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Challenges of the FHLE: Trauma, Mental Health, Disability, and Accommodations

Dr. Cathy N. Davidson, CUNY Professor and author of The New Education, writes that the most essential thing to keep in mind when planning for Fall 2020 teaching is that we are all speaking, teaching and learning from a place of trauma. Below are some suggestions and resources about how you might engage with issues of trauma, mental health, differing abilities, and accommodations.

How might you plan to accommodate your students in light of the current context? 

  • Trauma affects learning, including content retention and working memory;
  • Strategies exist to help students learn in traumatic situations;
  • Find ways to repeat and reinforce essential information, both course content and course policy;
  • Zero-tolerance is not advisable, as students’ personal circumstances may change or be unstable. As much as possible, design flexibility into your course policies;
  • Do not assume that students will automatically ask for help when they need it.

How do you plan to ensure equity and access among students whose personal circumstances may be various?

  • Consider providing multiple pathways (e.g. assignments having several options for completion, having a variety of question types on an exam) for arriving at the learning goals:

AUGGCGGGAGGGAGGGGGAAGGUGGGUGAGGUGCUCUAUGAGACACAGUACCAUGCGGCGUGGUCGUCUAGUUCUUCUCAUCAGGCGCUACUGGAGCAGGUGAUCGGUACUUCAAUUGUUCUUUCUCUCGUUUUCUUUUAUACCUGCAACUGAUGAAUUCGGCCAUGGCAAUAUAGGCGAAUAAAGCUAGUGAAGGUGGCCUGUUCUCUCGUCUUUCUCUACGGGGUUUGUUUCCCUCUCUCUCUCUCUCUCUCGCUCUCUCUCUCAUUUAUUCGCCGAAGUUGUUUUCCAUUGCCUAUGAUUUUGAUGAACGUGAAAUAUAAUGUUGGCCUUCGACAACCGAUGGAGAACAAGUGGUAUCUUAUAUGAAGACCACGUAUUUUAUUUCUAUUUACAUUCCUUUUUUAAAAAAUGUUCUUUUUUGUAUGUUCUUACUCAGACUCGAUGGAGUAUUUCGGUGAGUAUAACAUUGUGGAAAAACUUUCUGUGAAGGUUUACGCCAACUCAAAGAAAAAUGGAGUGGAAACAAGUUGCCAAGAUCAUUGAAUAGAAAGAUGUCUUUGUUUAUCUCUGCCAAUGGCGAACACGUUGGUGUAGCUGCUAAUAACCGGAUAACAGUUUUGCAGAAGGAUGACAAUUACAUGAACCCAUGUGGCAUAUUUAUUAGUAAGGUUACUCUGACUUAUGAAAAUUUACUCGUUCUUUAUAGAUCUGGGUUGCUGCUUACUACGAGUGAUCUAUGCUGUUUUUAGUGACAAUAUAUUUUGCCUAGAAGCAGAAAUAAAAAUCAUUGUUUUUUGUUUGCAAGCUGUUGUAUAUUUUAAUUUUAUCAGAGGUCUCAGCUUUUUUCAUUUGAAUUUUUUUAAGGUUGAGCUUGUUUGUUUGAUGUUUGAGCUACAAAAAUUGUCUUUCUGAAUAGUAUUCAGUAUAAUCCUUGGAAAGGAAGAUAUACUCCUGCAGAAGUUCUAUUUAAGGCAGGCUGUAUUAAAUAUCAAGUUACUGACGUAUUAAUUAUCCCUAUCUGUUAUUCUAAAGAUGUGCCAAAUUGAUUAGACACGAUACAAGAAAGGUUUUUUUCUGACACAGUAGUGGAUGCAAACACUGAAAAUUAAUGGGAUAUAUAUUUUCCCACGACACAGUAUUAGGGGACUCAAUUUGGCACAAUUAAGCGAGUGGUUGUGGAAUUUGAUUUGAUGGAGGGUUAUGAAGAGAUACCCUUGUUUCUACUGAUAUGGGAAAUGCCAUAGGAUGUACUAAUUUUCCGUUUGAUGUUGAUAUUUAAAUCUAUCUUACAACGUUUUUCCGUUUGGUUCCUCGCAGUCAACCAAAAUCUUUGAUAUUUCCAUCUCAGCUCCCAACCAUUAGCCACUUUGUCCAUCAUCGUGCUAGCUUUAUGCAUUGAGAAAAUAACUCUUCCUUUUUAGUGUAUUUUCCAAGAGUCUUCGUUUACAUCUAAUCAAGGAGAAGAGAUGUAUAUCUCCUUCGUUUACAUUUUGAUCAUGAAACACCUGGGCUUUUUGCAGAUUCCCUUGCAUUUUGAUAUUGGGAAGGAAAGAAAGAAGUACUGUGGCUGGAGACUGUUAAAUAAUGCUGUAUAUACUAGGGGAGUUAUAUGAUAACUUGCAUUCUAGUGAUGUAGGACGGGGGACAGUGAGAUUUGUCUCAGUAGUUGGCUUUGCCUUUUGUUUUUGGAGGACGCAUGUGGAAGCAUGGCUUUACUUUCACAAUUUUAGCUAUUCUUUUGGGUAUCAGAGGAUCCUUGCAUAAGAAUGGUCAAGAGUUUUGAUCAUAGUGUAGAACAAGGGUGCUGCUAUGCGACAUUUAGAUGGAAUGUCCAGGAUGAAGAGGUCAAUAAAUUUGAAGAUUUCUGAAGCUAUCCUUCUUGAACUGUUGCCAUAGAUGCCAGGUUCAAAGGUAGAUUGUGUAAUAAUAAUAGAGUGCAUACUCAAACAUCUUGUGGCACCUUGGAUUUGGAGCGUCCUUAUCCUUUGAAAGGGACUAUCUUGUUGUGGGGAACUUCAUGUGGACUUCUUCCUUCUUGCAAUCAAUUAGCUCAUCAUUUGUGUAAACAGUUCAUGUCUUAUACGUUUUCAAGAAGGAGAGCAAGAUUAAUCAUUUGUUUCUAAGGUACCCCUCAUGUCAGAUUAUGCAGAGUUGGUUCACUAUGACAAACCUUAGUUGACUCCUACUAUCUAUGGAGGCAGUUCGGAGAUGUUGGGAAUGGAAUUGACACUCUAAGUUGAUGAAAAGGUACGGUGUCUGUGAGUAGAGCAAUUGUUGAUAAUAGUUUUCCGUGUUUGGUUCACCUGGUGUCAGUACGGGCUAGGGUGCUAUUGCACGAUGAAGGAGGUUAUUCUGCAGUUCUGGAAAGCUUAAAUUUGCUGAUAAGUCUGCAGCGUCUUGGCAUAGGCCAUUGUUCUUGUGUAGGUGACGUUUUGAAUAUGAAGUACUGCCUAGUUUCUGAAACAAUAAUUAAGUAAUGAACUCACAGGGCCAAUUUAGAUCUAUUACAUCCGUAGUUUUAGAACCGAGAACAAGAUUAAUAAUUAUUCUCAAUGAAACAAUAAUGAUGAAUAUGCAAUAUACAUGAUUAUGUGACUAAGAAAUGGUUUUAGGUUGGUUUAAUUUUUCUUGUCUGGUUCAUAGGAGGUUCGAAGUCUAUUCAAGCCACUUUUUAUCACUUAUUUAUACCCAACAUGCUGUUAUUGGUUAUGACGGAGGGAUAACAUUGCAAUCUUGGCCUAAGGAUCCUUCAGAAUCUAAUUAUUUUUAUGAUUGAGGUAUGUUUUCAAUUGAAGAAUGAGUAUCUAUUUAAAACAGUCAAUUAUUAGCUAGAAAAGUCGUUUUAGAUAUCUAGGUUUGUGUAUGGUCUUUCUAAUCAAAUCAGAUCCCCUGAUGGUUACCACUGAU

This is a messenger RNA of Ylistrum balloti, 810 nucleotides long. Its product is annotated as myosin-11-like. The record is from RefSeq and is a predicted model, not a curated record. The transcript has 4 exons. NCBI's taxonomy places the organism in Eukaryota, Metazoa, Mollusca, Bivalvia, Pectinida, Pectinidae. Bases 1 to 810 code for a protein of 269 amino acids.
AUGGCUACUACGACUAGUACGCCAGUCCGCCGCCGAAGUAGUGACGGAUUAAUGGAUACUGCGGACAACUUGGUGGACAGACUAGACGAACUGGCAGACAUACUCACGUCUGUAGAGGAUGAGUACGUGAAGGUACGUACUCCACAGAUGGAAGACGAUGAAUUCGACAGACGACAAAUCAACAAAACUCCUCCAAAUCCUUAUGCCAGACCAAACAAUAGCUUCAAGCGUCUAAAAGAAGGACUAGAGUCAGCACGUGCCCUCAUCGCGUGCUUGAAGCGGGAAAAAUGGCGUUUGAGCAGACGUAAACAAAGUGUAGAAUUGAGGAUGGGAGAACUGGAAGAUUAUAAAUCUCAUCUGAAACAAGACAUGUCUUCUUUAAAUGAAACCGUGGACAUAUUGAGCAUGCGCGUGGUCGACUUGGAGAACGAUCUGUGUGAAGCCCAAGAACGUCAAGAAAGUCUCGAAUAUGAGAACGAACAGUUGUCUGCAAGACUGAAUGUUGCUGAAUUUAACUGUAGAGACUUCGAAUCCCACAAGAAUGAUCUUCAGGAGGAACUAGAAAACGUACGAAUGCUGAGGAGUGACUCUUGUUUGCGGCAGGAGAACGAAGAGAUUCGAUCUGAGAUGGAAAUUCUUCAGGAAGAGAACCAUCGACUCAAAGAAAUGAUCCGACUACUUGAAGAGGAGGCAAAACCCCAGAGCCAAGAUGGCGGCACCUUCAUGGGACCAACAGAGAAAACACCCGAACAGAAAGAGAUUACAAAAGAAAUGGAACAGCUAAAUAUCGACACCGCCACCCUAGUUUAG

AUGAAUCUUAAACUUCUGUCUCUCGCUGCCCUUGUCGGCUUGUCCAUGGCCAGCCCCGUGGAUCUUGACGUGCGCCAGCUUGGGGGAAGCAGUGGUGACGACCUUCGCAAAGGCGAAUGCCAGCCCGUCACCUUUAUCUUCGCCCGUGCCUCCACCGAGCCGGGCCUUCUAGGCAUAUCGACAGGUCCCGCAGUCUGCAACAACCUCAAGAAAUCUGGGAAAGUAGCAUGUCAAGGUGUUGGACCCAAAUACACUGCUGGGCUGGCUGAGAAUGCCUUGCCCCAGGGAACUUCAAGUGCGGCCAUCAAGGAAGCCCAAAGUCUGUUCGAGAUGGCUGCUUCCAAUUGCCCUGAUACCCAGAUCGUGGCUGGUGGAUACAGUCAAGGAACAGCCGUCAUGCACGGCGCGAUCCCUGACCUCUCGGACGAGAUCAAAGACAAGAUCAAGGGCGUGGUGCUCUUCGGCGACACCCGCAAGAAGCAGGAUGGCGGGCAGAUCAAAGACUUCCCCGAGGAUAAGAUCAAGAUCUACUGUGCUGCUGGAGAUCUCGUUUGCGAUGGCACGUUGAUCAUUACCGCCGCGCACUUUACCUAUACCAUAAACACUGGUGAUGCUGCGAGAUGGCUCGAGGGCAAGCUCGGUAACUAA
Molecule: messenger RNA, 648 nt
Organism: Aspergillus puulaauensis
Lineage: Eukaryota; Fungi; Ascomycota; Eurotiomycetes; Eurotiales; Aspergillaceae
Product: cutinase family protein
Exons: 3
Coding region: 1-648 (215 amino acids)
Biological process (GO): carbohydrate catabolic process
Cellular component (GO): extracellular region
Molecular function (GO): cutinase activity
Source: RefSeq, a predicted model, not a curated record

• To facilitate the learning of all students;
    • To acknowledge that we all learn differently and that we all face new challenges in light of the pandemic;
    • To extend special consideration for our most vulnerable students;
  • Articulating the purpose, the task, and the criteria for assessing each assignment helps students understand what is expected of them and why; 
  • Ensure that course material is accessible across media and platforms and consider explaining material using different methods and across different media; 
  • The Center for Teaching and Learning at Columbia University synthesized a great many resources on strategies for implementing inclusive and equitable teaching and learning. Five principles are articulated: 
    • Principle 1: Establish and support a class climate that fosters belonging for all students;
    • Principle 2: Set explicit student expectations;
    • Principle 3: Select course content that recognizes diversity and acknowledges barriers to inclusion;
    • Principle 4: Design all course elements for accessibility;
    • Principle 5: Reflect on one’s beliefs about teaching (online) to maximize self-awareness and commitment to inclusion;
  • More information about ensuring an inclusive teaching environment can be found from Georgetown University.

How do you plan to create an environment that is anti-racist and safe for all students